ROBB JOHNSON & THE IRREGULARS – Eurotopia (Irregular IRR113)

EurotopiaAs if to prove that not only does Robb Johnson have his finger on the pulse of the zeitgeist but that he’s actually ahead of the beat, this album arrived just before the election. There is politics in Eurotopia but not in the way you might expect. This isn’t a rant, more a lament, a threnody for the loss of Europe. It includes some of Robb’s best and most complex songwriting; songs full of people, places and memories.

Robb has spent a good deal of time gigging around Europe and beyond and many of these songs are set in cities across the continent. I assumed that the opener, ‘The Carnival Song’, is about a visit to Jerusalem and then I came to the chorus: “Dir propeller, eller, eller/Gehen schneller, schneller, schneller”. It refers to a song called ‘Dreh den Propeller’ by a German singer called Buddy. It’s horribly catchy and I suspect that it’s something that Robb heard on his travels and found stuck in his mind. In a way it sets up the majority of the other songs which are set in different times and places and in his memory.

‘Charing Cross Station & Hungerford Bridge’ and ‘Coincidents On The Circle Line’ are obviously set in London and are inspired by chance observations and memories, the latter finds Robb musing about a vanished Afghan coat. Then we move on. ‘If The Night Runs Out Before The Money Runs Out’ takes us to Paris, ‘Tram Number 22’ finds us in Prague and ‘The Kreuzberg Sisters’ deposits us in Berlin. ‘My Last Night In Montmartre’ is obvious even to me.

Now it gets serious. Having lulled us with nostalgic tales of exotic places, Robb hits us first with ‘Stalingrad’ and then ‘Welcome To The Museum’ and now we see what he’s been leading up to. The romance of old Europe is ripped away and the ugly face of the modern world is revealed. ‘The Work Is Never Done’ returns to Paris and picks up the theme in the mundane activities of the day before the tourists arrive.

The Irregulars on Eurotopia are Jenny Carr on piano, John Forrester on double bass and Robb’s son Arvin on drums. Linz Maesterosa’s flute and reeds and Bethan Prosser’s violin help to provide the late-night, rainy atmosphere that colours many of the songs. There’s one more thing you need to know. This review is of the thirteen track full band CD but …there is also a nine track vinyl version with just Robb on acoustic guitar and Fae Simon on vocals. The two issues have only four tracks in common so you know what that means: yes, you need them both!

Dai Jeffries

Artist’s website: http://www.robbjohnson.co.uk/

We’re unable to source a video from Eurotopia yet but this is brand new – ‘More Than Enough’:

MARTIN SIMPSON – Rooted (Topic TXCD598)

RootedDid you know that Ernest Shackleton considered a banjo essential to mental health on his expedition to the South Pole? Neither did I but it’s one of the fascinating facts I gleaned from Martin Simpson’s sleevenotes for his new album Rooted. Mental health is one of the themes of the record and, being a banjo player himself, I reckon that Martin has a head start on some of us. It’s one of the reasons why the album resonates with me.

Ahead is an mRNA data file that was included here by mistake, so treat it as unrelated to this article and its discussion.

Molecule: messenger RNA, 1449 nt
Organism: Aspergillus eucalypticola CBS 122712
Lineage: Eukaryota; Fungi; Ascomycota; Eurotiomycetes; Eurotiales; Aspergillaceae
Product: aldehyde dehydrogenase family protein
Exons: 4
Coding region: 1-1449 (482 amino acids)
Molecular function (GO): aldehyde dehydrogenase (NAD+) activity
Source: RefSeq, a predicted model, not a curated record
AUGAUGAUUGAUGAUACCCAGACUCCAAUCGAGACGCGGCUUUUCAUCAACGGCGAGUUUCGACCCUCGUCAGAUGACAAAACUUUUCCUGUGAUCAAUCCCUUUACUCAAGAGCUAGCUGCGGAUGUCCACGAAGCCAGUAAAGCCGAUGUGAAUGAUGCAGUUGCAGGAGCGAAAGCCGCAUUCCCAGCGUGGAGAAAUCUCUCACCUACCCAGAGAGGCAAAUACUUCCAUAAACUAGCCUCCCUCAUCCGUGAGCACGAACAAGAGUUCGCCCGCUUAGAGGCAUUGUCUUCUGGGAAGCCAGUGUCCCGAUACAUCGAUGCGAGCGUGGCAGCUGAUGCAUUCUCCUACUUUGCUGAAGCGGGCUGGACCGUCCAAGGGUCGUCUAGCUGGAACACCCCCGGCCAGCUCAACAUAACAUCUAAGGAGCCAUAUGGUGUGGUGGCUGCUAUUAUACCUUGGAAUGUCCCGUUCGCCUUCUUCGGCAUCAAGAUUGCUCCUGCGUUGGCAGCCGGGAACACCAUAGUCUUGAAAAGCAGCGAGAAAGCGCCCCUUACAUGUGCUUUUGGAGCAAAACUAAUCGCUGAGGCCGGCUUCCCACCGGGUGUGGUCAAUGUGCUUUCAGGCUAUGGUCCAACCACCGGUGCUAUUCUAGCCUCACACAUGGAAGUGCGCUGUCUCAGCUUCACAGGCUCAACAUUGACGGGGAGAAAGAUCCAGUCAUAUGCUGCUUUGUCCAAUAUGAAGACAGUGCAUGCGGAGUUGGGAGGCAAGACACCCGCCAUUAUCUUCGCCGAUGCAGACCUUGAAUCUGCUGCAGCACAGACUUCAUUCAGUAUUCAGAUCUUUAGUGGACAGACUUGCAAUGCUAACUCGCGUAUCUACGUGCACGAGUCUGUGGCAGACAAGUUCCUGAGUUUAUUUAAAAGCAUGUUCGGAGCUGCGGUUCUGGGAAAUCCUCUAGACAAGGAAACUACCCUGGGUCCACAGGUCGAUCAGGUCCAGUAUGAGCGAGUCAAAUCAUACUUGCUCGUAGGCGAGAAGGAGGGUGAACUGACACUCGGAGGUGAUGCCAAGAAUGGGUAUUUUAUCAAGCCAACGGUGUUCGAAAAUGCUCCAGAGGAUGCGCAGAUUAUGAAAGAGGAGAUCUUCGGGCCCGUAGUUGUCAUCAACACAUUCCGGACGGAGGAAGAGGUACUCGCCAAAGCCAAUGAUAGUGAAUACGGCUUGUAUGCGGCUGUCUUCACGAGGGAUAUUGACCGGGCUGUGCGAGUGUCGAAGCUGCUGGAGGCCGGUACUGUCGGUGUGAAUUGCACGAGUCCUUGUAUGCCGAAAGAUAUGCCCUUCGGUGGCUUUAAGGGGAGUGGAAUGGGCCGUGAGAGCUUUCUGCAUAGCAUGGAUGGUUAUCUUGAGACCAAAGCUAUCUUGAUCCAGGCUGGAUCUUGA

As you might expect Martin mixes original compositions, traditional songs and covers. Here, Martin’s new songs lean towards the American traditional style so the opener, ‘Trouble Brought Me Here’ sounds like it could be a hundred or so years old. The second track, ‘Kimbie’, is traditional and includes some of those “vagrant stanzas” that he’s fond of. By this time, you’ll be relaxing into the music and the distinction really won’t matter.

Rooted boasts a fine supporting cast including Andy Cutting, Nancy Kerr, John Smith and Ben Nicholls plus five backing vocalists but Andy Bell’s production and engineering ensure that Martin’s voice, guitar and/or banjo ride smoothly on top of the arrangements. I’m not totally convinced by one track and that is ‘Hills Of Shiloh’ which was very popular back in the 80s. It’s not the song but Martin takes it a little too quickly for my taste and the arrangement is rather too involved.

There are some great stories in these songs, though. ‘Ken Small’ tells of a man who laboured to unearth a tank from Start Bay left there after the disastrous Operation Tiger in 1944. ‘Joe Bowers’ came from Hedy West and is a relative of ‘Sweet Betsy From Pike’ and ‘Henry Gray’ is about a piano-player who was a member of Howln’ Wolf’s band and also worked with Elmore James and Jimmy Reed. Martin was invited to play with his band – what can you say? Robb Johnson’s ‘More Than Enough’ was a song that Roy Bailey played and Martin sang it with him in hospital just before he died.

The bonus disc is a set of instrumentals two of which are sung in the substantive set. I get the feeling that Martin let his hair down just a little – playing guitar is no joking matter – and invited the band to do the same. There are a number of songs that I haven’t mentioned; all as good as the ones I have and you’ll find that Rooted is a sublime record.

Dai Jeffries

Artist’s website: www.martinsimpson.com

‘More Than Enough’ – with a story to tell: